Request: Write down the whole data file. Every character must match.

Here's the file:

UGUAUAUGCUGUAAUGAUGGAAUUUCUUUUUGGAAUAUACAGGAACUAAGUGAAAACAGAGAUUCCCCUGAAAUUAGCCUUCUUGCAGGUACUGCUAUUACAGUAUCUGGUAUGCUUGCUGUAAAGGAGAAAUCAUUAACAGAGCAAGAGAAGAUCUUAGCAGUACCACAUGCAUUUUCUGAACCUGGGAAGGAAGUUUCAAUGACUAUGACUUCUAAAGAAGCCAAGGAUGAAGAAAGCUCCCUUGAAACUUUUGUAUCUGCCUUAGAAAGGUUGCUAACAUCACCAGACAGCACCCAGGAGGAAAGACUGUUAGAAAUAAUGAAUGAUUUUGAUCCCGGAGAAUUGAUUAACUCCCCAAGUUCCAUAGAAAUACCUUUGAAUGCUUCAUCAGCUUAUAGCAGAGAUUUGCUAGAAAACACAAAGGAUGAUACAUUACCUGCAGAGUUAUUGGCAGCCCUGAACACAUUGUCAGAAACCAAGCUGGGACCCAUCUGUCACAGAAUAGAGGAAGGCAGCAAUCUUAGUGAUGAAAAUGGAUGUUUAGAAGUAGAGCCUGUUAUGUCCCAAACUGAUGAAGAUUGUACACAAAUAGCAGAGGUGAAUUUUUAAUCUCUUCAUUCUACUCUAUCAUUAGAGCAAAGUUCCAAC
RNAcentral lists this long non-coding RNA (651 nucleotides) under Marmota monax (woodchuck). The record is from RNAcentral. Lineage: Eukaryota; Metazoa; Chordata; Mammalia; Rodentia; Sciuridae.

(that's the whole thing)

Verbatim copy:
UGUAUAUGCUGUAAUGAUGGAAUUUCUUUUUGGAAUAUACAGGAACUAAGUGAAAACAGAGAUUCCCCUGAAAUUAGCCUUCUUGCAGGUACUGCUAUUACAGUAUCUGGUAUGCUUGCUGUAAAGGAGAAAUCAUUAACAGAGCAAGAGAAGAUCUUAGCAGUACCACAUGCAUUUUCUGAACCUGGGAAGGAAGUUUCAAUGACUAUGACUUCUAAAGAAGCCAAGGAUGAAGAAAGCUCCCUUGAAACUUUUGUAUCUGCCUUAGAAAGGUUGCUAACAUCACCAGACAGCACCCAGGAGGAAAGACUGUUAGAAAUAAUGAAUGAUUUUGAUCCCGGAGAAUUGAUUAACUCCCCAAGUUCCAUAGAAAUACCUUUGAAUGCUUCAUCAGCUUAUAGCAGAGAUUUGCUAGAAAACACAAAGGAUGAUACAUUACCUGCAGAGUUAUUGGCAGCCCUGAACACAUUGUCAGAAACCAAGCUGGGACCCAUCUGUCACAGAAUAGAGGAAGGCAGCAAUCUUAGUGAUGAAAAUGGAUGUUUAGAAGUAGAGCCUGUUAUGUCCCAAACUGAUGAAGAUUGUACACAAAUAGCAGAGGUGAAUUUUUAAUCUCUUCAUUCUACUCUAUCAUUAGAGCAAAGUUCCAAC
RNAcentral lists this long non-coding RNA (651 nucleotides) under Marmota monax (woodchuck). The record is from RNAcentral. Lineage: Eukaryota; Metazoa; Chordata; Mammalia; Rodentia; Sciuridae.